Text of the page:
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Monitoring of Urinary Eicosanoids Distinguishes Mild and Severe Asthma

By LabMedica International staff writers
Posted on 26 Jan 2021
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Image: Diagram of asthma (Photo courtesy of Wikimedia Commons)
Image: Diagram of asthma (Photo courtesy of Wikimedia Commons)
A novel method for diagnosing severe asthma is based on the monitoring of eicosanoid compounds in samples of urine.

Eicosanoids are signaling molecules generated by the enzymatic or non-enzymatic oxidation of arachidonic acid or other polyunsaturated fatty acids that are similar to arachidonic acid. Eicosanoids are a sub-category of oxylipins, i.e. oxidized fatty acids of diverse carbon units in length, and are distinguished from other oxylipins by their importance as cell signaling molecules. As such, eicosanoids function in diverse physiological systems and pathological processes.

Various eicosanoids are known to exert pro- or anti-inflammatory actions contributing to the pathobiology of asthma. However, their relative abundance in individuals with asthma and association with severe asthma are unclear. In addition, the influence of oral corticosteroid (OCS) treatment on eicosanoid concentrations has not been thoroughly investigated.

Investigators at the Karolinska Institutet (Stockholm, Sweden) used mass spectrometry-based methodology to quantify urinary metabolites of prostaglandins (PGs), cysteinyl leukotrienes (CysLTs), and isoprostanes in samples provided by participants in the U-BIOPRED (Unbiased Biomarkers for the Prediction of Respiratory Diseases Outcomes) study. The cohort comprised 86 adults with mild-to-moderate asthma (MMA), 411 with severe asthma (SA), and 100 healthy control participants. Validation was performed using samples from 302 participants with SA followed up after 12–18 months and on samples from 95 adolescents with asthma.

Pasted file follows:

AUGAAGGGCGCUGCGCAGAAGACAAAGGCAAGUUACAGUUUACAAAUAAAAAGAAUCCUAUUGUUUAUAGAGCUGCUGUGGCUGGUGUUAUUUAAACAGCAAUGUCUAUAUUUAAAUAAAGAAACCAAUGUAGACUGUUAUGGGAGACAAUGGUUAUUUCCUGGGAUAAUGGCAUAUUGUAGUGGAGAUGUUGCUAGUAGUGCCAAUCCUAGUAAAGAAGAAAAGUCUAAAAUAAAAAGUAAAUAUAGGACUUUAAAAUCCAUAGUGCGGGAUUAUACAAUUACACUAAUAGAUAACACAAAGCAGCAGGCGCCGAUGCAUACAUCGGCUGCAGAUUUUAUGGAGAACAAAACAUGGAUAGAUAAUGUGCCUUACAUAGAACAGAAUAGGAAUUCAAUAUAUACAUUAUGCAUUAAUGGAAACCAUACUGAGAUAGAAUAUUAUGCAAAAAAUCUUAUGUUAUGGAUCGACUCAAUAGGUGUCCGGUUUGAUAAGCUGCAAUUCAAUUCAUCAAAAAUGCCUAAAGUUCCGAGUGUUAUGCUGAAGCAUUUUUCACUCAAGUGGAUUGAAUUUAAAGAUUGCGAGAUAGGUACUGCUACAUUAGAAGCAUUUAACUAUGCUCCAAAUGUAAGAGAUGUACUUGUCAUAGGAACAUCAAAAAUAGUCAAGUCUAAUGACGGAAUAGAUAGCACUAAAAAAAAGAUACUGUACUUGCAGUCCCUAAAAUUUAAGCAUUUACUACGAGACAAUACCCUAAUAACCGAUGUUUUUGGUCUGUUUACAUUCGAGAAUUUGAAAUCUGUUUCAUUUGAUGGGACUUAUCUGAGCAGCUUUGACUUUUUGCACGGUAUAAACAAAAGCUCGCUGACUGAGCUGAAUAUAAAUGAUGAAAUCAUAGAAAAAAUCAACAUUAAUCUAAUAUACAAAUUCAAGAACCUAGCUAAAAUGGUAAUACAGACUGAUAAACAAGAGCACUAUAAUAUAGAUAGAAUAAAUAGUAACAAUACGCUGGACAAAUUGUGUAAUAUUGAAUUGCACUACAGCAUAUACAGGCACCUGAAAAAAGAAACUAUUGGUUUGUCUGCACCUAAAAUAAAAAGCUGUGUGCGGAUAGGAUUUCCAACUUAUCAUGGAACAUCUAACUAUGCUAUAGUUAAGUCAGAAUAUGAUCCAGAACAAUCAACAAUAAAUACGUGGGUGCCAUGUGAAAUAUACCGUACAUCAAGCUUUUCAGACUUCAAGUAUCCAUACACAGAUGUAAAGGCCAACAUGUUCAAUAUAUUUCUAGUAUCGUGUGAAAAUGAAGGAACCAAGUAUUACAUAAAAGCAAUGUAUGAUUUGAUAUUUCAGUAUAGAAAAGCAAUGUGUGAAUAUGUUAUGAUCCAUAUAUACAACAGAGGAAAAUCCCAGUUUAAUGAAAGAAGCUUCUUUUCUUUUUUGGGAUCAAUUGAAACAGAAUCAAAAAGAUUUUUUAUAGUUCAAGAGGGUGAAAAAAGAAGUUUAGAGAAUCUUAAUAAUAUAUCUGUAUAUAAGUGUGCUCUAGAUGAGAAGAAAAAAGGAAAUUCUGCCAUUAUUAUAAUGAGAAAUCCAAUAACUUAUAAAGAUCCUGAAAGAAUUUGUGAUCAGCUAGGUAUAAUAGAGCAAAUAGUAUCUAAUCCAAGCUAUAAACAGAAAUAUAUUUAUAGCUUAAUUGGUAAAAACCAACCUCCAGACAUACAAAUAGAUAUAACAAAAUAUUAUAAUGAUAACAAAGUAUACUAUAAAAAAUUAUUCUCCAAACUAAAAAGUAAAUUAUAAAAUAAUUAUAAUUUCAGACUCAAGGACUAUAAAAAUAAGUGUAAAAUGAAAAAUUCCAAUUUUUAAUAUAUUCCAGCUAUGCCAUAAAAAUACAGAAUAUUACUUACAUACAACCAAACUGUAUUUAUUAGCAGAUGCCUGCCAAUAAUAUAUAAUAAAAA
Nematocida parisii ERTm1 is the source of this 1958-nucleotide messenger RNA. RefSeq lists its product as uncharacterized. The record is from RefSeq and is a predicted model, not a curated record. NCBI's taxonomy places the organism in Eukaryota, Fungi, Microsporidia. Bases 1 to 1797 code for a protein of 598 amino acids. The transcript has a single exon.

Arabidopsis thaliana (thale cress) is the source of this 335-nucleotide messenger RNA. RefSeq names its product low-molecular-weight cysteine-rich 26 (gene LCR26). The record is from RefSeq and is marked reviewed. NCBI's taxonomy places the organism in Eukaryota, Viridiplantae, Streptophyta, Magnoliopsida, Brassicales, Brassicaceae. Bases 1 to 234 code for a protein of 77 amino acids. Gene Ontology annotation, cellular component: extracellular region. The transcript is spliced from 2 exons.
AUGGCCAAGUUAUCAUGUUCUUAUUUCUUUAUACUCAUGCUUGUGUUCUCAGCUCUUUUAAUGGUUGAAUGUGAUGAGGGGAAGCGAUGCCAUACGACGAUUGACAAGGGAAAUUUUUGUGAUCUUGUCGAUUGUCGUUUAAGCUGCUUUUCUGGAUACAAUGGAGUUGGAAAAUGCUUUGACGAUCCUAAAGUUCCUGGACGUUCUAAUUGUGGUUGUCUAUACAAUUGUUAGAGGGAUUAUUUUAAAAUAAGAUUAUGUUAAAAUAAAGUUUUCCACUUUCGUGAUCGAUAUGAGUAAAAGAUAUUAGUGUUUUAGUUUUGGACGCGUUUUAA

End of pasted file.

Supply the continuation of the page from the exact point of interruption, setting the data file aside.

Results revealed that metabolite concentrations in healthy control participants were unrelated to age, body mass index, and sex, except for the PGE2 pathway. Eicosanoid concentrations were generally greater in participants with MMA relative to healthy control participants, with further elevations in participants with SA.

Metabolite concentrations were unchanged in those with asthma who adhered to oral corticosteroid treatment as documented by urinary prednisolone detection, whereas those with SA treated with omalizumab had lower concentrations of LTE4 and the PGD2 metabolite 2,3-dinor-11beta-PGF2alpha. Omalizumab, which is a recombinant DNA-derived humanized monoclonal antibody that specifically binds to free and membrane-bound human immunoglobulin E, is used to treat people with severe, persistent allergic asthma, uncontrollable with oral or injectable corticosteroids.

In addition, high concentrations of LTE4 and PGD2 metabolites were associated with lower lung function and increased amounts of exhaled nitric oxide and eosinophil markers in blood, sputum, and urine in U-BIOPRED participants and in adolescents with asthma.

"There are no simple methods to determine what type of asthma an individual has, knowledge that is particularly important in order to better treat patients suffering from the more severe types of the disease," said senior author Dr. Craig Wheelock, associate professor of medical biochemistry and biophysics at the Karolinska Institutet.

The asthma study was published in the January 1, 2021, online edition of the American Journal of Respiratory and Critical Care Medicine.

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Karolinska Institutet

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